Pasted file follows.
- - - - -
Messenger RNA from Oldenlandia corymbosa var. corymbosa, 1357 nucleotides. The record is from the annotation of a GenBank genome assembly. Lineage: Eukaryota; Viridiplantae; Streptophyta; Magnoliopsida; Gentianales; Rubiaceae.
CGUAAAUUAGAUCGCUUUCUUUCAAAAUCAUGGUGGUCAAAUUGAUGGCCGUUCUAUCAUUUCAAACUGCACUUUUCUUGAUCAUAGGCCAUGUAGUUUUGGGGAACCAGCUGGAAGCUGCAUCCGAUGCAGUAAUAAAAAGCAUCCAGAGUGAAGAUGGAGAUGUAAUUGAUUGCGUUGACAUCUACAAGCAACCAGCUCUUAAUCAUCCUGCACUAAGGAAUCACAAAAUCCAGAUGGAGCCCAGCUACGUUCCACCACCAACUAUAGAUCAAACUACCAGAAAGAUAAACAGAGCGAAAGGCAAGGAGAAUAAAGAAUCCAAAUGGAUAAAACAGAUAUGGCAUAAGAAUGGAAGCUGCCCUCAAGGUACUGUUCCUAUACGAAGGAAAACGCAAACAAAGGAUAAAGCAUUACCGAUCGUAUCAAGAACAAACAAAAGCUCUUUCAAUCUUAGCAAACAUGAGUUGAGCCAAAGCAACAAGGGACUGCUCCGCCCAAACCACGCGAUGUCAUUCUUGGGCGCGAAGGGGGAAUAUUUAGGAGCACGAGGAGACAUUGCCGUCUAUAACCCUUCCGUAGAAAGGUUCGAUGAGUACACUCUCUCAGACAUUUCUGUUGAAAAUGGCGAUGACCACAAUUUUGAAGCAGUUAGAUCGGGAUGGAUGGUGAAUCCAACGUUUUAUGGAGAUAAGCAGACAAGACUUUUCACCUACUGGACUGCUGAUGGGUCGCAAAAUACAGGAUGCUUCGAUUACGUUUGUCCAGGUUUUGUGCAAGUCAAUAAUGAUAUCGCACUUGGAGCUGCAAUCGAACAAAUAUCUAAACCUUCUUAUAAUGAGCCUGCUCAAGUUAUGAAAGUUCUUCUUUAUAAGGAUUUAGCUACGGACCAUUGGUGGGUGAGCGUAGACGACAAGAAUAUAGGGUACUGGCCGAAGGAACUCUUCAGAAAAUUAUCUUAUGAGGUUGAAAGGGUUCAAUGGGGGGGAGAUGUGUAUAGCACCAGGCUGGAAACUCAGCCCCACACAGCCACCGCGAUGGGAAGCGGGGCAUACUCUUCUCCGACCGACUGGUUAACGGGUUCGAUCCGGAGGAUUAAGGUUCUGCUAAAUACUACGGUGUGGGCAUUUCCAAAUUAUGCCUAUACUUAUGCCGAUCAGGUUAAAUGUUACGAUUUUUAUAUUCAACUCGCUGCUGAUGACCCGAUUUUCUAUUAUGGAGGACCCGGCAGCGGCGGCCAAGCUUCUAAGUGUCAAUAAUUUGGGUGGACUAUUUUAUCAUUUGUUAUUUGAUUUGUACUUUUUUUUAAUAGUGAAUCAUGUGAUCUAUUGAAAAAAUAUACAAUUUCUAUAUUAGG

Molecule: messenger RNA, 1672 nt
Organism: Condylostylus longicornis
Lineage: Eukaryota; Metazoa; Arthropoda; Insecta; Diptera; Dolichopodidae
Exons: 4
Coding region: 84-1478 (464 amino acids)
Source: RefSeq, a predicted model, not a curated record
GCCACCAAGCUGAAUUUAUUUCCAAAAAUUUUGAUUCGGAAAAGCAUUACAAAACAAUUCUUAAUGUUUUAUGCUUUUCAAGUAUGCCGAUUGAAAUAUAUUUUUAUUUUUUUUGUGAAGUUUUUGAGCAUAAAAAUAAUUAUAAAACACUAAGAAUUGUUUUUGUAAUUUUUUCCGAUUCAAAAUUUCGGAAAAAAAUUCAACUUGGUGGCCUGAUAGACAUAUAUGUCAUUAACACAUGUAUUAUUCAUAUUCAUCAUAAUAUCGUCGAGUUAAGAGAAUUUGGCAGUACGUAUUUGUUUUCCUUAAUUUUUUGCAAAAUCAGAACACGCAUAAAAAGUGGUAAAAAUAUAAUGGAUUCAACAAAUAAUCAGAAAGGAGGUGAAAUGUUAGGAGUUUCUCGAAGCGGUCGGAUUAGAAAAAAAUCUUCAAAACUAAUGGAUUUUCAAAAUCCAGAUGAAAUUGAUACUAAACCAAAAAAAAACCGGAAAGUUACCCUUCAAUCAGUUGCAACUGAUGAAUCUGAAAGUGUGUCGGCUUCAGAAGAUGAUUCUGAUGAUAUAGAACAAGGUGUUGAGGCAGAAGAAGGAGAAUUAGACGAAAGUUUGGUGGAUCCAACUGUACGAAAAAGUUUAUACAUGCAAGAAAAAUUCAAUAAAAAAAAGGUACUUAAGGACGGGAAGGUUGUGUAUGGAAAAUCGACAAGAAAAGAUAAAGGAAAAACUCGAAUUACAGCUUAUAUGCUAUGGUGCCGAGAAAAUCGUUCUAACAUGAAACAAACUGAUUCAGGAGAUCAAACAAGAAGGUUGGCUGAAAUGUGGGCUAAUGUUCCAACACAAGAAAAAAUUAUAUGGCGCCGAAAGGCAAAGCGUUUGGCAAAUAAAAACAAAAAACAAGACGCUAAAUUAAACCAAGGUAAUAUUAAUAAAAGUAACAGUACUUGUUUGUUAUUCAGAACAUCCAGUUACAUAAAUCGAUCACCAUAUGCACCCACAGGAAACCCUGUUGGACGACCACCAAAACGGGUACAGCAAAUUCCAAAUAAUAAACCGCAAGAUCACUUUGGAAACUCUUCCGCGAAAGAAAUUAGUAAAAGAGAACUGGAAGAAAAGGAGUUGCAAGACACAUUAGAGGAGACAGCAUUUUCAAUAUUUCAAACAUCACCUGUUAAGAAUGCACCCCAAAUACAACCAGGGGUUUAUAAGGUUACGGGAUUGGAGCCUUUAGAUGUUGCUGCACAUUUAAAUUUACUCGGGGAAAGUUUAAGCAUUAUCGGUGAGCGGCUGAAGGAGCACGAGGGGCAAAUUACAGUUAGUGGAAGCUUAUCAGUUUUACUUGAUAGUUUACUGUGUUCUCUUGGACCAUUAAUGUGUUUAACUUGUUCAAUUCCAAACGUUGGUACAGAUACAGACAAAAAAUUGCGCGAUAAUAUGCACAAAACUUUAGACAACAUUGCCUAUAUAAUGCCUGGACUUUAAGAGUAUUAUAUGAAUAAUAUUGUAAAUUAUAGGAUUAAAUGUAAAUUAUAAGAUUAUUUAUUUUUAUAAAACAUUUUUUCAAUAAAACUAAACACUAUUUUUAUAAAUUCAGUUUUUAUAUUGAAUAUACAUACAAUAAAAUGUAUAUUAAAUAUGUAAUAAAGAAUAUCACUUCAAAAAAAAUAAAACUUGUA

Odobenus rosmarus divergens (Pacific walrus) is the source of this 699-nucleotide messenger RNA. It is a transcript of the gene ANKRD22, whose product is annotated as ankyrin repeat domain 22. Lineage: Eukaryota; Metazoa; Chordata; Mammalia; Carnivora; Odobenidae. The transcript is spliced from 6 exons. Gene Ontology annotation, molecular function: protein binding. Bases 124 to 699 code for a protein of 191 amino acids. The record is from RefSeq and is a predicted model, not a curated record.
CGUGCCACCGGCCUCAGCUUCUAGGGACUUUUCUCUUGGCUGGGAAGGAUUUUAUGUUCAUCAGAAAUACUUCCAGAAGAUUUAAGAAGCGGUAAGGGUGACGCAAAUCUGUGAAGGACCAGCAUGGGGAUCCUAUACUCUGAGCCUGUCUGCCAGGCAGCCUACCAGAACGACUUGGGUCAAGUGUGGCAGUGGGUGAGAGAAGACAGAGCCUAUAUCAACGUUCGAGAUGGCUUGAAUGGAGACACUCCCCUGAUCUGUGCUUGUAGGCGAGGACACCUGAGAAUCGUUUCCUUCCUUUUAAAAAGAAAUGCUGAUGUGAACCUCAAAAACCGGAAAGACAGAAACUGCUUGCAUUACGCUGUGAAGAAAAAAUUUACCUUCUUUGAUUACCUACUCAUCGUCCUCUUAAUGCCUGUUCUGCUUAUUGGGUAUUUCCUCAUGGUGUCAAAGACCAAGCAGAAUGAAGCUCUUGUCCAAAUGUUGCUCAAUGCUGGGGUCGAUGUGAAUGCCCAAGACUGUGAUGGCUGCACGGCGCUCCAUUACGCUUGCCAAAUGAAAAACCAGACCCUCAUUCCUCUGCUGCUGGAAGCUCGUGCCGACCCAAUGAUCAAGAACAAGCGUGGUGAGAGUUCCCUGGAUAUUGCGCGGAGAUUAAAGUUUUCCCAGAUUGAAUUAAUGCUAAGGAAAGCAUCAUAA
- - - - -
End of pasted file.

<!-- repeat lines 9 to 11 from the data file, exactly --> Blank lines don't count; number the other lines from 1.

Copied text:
GCCACCAAGCUGAAUUUAUUUCCAAAAAUUUUGAUUCGGAAAAGCAUUACAAAACAAUUCUUAAUGUUUUAUGCUUUUCAAGUAUGCCGAUUGAAAUAUAUUUUUAUUUUUUUUGUGAAGUUUUUGAGCAUAAAAAUAAUUAUAAAACACUAAGAAUUGUUUUUGUAAUUUUUUCCGAUUCAAAAUUUCGGAAAAAAAUUCAACUUGGUGGCCUGAUAGACAUAUAUGUCAUUAACACAUGUAUUAUUCAUAUUCAUCAUAAUAUCGUCGAGUUAAGAGAAUUUGGCAGUACGUAUUUGUUUUCCUUAAUUUUUUGCAAAAUCAGAACACGCAUAAAAAGUGGUAAAAAUAUAAUGGAUUCAACAAAUAAUCAGAAAGGAGGUGAAAUGUUAGGAGUUUCUCGAAGCGGUCGGAUUAGAAAAAAAUCUUCAAAACUAAUGGAUUUUCAAAAUCCAGAUGAAAUUGAUACUAAACCAAAAAAAAACCGGAAAGUUACCCUUCAAUCAGUUGCAACUGAUGAAUCUGAAAGUGUGUCGGCUUCAGAAGAUGAUUCUGAUGAUAUAGAACAAGGUGUUGAGGCAGAAGAAGGAGAAUUAGACGAAAGUUUGGUGGAUCCAACUGUACGAAAAAGUUUAUACAUGCAAGAAAAAUUCAAUAAAAAAAAGGUACUUAAGGACGGGAAGGUUGUGUAUGGAAAAUCGACAAGAAAAGAUAAAGGAAAAACUCGAAUUACAGCUUAUAUGCUAUGGUGCCGAGAAAAUCGUUCUAACAUGAAACAAACUGAUUCAGGAGAUCAAACAAGAAGGUUGGCUGAAAUGUGGGCUAAUGUUCCAACACAAGAAAAAAUUAUAUGGCGCCGAAAGGCAAAGCGUUUGGCAAAUAAAAACAAAAAACAAGACGCUAAAUUAAACCAAGGUAAUAUUAAUAAAAGUAACAGUACUUGUUUGUUAUUCAGAACAUCCAGUUACAUAAAUCGAUCACCAUAUGCACCCACAGGAAACCCUGUUGGACGACCACCAAAACGGGUACAGCAAAUUCCAAAUAAUAAACCGCAAGAUCACUUUGGAAACUCUUCCGCGAAAGAAAUUAGUAAAAGAGAACUGGAAGAAAAGGAGUUGCAAGACACAUUAGAGGAGACAGCAUUUUCAAUAUUUCAAACAUCACCUGUUAAGAAUGCACCCCAAAUACAACCAGGGGUUUAUAAGGUUACGGGAUUGGAGCCUUUAGAUGUUGCUGCACAUUUAAAUUUACUCGGGGAAAGUUUAAGCAUUAUCGGUGAGCGGCUGAAGGAGCACGAGGGGCAAAUUACAGUUAGUGGAAGCUUAUCAGUUUUACUUGAUAGUUUACUGUGUUCUCUUGGACCAUUAAUGUGUUUAACUUGUUCAAUUCCAAACGUUGGUACAGAUACAGACAAAAAAUUGCGCGAUAAUAUGCACAAAACUUUAGACAACAUUGCCUAUAUAAUGCCUGGACUUUAAGAGUAUUAUAUGAAUAAUAUUGUAAAUUAUAGGAUUAAAUGUAAAUUAUAAGAUUAUUUAUUUUUAUAAAACAUUUUUUCAAUAAAACUAAACACUAUUUUUAUAAAUUCAGUUUUUAUAUUGAAUAUACAUACAAUAAAAUGUAUAUUAAAUAUGUAAUAAAGAAUAUCACUUCAAAAAAAAUAAAACUUGUA

Odobenus rosmarus divergens (Pacific walrus) is the source of this 699-nucleotide messenger RNA. It is a transcript of the gene ANKRD22, whose product is annotated as ankyrin repeat domain 22. Lineage: Eukaryota; Metazoa; Chordata; Mammalia; Carnivora; Odobenidae. The transcript is spliced from 6 exons. Gene Ontology annotation, molecular function: protein binding. Bases 124 to 699 code for a protein of 191 amino acids. The record is from RefSeq and is a predicted model, not a curated record.
CGUGCCACCGGCCUCAGCUUCUAGGGACUUUUCUCUUGGCUGGGAAGGAUUUUAUGUUCAUCAGAAAUACUUCCAGAAGAUUUAAGAAGCGGUAAGGGUGACGCAAAUCUGUGAAGGACCAGCAUGGGGAUCCUAUACUCUGAGCCUGUCUGCCAGGCAGCCUACCAGAACGACUUGGGUCAAGUGUGGCAGUGGGUGAGAGAAGACAGAGCCUAUAUCAACGUUCGAGAUGGCUUGAAUGGAGACACUCCCCUGAUCUGUGCUUGUAGGCGAGGACACCUGAGAAUCGUUUCCUUCCUUUUAAAAAGAAAUGCUGAUGUGAACCUCAAAAACCGGAAAGACAGAAACUGCUUGCAUUACGCUGUGAAGAAAAAAUUUACCUUCUUUGAUUACCUACUCAUCGUCCUCUUAAUGCCUGUUCUGCUUAUUGGGUAUUUCCUCAUGGUGUCAAAGACCAAGCAGAAUGAAGCUCUUGUCCAAAUGUUGCUCAAUGCUGGGGUCGAUGUGAAUGCCCAAGACUGUGAUGGCUGCACGGCGCUCCAUUACGCUUGCCAAAUGAAAAACCAGACCCUCAUUCCUCUGCUGCUGGAAGCUCGUGCCGACCCAAUGAUCAAGAACAAGCGUGGUGAGAGUUCCCUGGAUAUUGCGCGGAGAUUAAAGUUUUCCCAGAUUGAAUUAAUGCUAAGGAAAGCAUCAUAA